Here's Why UberEats Couriers Went on Strike in the U.K. This Month

An organizer with a couriers union discusses the ongoing campaign to improve the gig economy.
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An UberEats rider cycles through London on February 16th, 2018.

An UberEats rider cycles through London on February 16th, 2018.

From London to Glasgow to Cardiff, hundreds of couriers who deliver food for UberEats went on a one-day strike earlier this month to challenge what they say are unacceptably low wages offered by the ride-share company. In London, workers and supporters occupied Uber's United Kingdom headquarters. In Cardiff, they rallied with smoke flares and songs. Elsewhere, couriers expressed solidarity with employees from McDonald's, TGI Fridays, and the English pub chain Wetherspoons, all of whom were also on strike. Although protesters' demands for £5 per delivery (around $6.45) have yet to be met, Uber has apparently taken notice, offering select £2 bonuses.

The strike, which also targeted UberEats' European competitor Deliveroo, was organized by the Industrial Workers of the World's Couriers Network. Founded in Chicago in 1905, the IWW is an international labor union that has often sought to organize sectors overlooked by other unions. Earlier this year, a courier and card-carrying IWW member in Cardiff convinced two of his coworkers that the union's tactics, which rely on non-hierarchical democracy and direct action, could be useful in organizing their industry. Together with help from their local IWW branch, they created their own branch, called the Couriers Network.

Today, the IWW Couriers Network has chapters in eight cities across England, Scotland, Wales, and Ireland. While the chapters can operate independently to deal with local issues, they can also work together to address national or international concerns. To date, the network has won shorter wait times for couriers awaiting their orders from particularly slow restaurants; larger operating areas, so couriers are eligible to receive more assignments; hiring freezes, to reduce competition among couriers; and the repeal of a discriminatory policy preventing couriers from delivering to sex workers.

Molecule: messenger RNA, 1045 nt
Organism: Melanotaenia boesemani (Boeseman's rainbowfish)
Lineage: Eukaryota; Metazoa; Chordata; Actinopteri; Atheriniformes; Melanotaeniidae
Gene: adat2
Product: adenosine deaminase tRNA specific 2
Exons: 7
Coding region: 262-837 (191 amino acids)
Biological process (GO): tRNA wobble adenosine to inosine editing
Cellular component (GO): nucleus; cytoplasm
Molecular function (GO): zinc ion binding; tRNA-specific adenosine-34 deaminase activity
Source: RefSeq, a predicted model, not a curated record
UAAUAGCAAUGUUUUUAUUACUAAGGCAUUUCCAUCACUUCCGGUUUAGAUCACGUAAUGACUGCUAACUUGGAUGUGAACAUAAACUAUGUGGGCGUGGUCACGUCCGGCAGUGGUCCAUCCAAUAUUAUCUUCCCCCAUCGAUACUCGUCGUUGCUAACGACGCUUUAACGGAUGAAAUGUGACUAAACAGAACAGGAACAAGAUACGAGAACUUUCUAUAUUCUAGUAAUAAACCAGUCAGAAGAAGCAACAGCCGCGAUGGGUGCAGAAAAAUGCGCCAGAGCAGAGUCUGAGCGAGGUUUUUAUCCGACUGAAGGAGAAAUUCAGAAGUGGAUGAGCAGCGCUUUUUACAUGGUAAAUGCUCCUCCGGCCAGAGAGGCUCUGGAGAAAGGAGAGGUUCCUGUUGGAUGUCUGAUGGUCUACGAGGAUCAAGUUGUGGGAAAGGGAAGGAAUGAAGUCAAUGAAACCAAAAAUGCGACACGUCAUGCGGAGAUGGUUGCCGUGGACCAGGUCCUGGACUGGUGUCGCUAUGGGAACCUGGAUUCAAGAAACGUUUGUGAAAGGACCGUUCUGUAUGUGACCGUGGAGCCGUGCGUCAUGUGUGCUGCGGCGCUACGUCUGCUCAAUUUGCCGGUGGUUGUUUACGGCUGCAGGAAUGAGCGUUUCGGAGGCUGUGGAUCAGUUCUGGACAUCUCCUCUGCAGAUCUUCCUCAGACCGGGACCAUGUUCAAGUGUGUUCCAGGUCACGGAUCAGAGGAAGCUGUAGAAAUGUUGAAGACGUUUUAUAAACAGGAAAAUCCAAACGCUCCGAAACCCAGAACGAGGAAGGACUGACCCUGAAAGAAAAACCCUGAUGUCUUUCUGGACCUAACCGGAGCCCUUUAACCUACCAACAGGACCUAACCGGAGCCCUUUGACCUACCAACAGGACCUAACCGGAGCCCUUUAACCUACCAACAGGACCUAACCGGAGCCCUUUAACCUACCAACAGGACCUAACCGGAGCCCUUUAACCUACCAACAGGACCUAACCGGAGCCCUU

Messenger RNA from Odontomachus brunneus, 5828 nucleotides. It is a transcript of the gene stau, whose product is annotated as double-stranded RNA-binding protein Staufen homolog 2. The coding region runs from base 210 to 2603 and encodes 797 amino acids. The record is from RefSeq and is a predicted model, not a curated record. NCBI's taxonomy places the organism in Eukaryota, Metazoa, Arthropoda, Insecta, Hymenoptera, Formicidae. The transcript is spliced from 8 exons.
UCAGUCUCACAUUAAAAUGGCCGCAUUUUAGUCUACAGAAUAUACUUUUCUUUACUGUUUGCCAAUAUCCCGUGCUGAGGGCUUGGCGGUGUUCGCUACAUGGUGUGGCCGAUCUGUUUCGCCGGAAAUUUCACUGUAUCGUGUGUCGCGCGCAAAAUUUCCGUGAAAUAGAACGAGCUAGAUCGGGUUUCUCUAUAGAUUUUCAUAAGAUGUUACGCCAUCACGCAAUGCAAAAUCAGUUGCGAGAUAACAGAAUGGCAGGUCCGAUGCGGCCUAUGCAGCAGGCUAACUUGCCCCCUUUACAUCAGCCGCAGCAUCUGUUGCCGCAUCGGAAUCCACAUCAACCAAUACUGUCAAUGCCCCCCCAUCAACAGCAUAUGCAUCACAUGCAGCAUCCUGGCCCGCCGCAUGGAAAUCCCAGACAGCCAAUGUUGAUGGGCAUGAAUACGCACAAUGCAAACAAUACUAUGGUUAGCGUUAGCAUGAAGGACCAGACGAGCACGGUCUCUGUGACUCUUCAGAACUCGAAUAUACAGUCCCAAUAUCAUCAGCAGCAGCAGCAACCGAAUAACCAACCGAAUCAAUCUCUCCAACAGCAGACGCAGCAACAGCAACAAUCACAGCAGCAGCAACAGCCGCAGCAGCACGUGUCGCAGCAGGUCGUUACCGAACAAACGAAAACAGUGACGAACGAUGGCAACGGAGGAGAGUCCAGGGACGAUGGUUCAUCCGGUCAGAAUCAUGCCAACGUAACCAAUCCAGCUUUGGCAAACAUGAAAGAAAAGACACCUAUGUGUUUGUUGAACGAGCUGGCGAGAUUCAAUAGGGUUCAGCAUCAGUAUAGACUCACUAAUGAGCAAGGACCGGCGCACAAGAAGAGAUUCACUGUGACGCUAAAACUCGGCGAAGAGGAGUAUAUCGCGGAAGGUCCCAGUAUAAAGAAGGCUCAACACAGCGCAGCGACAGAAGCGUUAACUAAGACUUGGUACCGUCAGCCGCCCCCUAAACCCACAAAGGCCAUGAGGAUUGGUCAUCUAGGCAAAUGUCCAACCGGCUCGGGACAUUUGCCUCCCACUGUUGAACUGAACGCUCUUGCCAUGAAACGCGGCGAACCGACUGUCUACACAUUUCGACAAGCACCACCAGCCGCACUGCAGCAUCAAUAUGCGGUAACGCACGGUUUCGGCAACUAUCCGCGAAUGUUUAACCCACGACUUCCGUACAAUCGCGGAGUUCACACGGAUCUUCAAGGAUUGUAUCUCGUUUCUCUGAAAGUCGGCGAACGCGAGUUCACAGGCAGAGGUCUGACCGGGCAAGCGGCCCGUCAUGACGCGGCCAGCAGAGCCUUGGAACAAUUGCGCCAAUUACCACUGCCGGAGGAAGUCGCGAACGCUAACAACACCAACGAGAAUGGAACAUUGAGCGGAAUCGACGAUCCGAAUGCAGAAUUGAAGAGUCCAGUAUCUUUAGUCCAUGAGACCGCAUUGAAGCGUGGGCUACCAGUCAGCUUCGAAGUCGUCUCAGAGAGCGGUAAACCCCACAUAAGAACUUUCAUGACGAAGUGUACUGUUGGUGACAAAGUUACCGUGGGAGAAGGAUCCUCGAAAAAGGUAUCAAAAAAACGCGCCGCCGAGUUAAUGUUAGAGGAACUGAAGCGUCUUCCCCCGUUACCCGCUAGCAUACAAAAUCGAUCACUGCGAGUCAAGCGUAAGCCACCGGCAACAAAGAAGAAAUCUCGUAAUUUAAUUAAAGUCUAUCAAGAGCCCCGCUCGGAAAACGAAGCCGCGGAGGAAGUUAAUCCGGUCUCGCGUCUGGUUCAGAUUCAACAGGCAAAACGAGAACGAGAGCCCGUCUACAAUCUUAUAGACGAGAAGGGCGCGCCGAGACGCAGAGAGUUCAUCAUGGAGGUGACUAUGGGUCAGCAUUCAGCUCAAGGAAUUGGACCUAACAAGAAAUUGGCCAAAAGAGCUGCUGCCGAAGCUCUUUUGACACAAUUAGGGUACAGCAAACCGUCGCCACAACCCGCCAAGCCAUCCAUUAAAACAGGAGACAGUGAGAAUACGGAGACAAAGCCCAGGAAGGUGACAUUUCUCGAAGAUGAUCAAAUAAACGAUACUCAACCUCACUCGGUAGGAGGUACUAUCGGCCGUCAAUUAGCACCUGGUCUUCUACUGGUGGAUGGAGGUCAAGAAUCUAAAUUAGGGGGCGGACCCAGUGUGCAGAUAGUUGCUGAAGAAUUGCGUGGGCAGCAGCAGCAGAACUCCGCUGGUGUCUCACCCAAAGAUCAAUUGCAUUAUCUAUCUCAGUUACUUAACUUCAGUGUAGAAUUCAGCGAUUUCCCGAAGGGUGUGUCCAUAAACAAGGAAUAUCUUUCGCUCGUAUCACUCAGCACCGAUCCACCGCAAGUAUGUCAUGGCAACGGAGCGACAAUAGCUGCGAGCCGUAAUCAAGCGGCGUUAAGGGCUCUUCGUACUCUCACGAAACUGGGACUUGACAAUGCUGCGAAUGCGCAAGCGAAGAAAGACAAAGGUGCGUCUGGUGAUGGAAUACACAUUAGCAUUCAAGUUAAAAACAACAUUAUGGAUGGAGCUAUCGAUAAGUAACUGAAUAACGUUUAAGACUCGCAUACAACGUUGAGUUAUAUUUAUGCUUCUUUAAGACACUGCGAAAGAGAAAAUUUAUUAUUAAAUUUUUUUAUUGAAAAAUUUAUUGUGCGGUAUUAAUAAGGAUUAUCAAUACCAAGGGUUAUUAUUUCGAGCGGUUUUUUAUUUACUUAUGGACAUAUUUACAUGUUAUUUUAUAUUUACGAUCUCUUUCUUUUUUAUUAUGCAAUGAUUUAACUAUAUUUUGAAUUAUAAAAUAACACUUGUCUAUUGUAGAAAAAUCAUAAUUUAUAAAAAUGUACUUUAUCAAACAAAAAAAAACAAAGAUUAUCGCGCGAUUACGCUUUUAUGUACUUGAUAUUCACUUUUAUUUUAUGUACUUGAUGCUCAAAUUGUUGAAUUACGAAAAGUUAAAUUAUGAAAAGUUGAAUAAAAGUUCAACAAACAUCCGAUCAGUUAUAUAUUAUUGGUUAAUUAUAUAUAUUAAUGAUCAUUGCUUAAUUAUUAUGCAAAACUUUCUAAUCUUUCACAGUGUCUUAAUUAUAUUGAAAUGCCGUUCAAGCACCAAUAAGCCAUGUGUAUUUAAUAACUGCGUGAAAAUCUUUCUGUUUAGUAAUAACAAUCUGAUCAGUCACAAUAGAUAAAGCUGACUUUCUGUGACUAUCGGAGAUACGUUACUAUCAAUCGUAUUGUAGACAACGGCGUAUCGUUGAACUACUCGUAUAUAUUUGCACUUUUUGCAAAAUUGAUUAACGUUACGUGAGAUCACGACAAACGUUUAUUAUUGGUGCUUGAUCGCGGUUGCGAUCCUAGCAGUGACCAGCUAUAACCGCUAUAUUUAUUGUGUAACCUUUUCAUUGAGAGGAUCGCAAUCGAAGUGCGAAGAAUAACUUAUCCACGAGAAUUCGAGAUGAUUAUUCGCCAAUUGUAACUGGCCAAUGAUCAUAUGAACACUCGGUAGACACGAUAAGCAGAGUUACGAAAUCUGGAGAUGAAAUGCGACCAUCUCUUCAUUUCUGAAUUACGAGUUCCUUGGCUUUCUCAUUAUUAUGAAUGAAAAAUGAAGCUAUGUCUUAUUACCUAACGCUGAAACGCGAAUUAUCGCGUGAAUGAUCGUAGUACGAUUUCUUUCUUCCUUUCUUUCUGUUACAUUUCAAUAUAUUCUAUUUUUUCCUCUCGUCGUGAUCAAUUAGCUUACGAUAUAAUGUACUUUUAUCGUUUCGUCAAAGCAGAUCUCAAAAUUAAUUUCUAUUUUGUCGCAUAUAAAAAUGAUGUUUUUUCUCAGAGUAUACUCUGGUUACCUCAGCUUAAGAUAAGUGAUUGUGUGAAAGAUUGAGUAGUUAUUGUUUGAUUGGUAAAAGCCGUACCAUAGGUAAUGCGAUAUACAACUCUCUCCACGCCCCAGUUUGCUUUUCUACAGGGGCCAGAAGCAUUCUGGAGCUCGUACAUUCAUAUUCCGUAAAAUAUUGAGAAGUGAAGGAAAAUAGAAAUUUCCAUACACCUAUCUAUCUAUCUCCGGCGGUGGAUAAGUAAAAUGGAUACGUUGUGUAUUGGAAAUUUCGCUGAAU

Pacific Standard spoke with Chris Fear, lead organizer of the IWW Couriers Network, about the group's start, strikers' demands, and what the future holds for their campaign.

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What is your role within the IWW Couriers Network?

It's my responsibility to coordinate couriers who are organizing across the four countries of the U.K. The IWW Couriers Network is a federated structure of mini, grassroots city unions that are affiliated with the wider IWW. Each network is entirely free to join.

I'm an UberEats bicycle courier myself, in Glasgow, and I've been working for them for about a year and a half. I, like most couriers, actually enjoy the basic work of delivering—you're getting paid to ride a bike after all—but what we don't enjoy is the precarious working conditions, the lack of rights, and the lack of a guaranteed income. We hear from a lot of people that if we don't like these problems, why don't we just get another job? But in the U.K., it's not as simple as that. For many, couriering is a job of last resort and an essential means of making money.

Why did couriers choose to organize?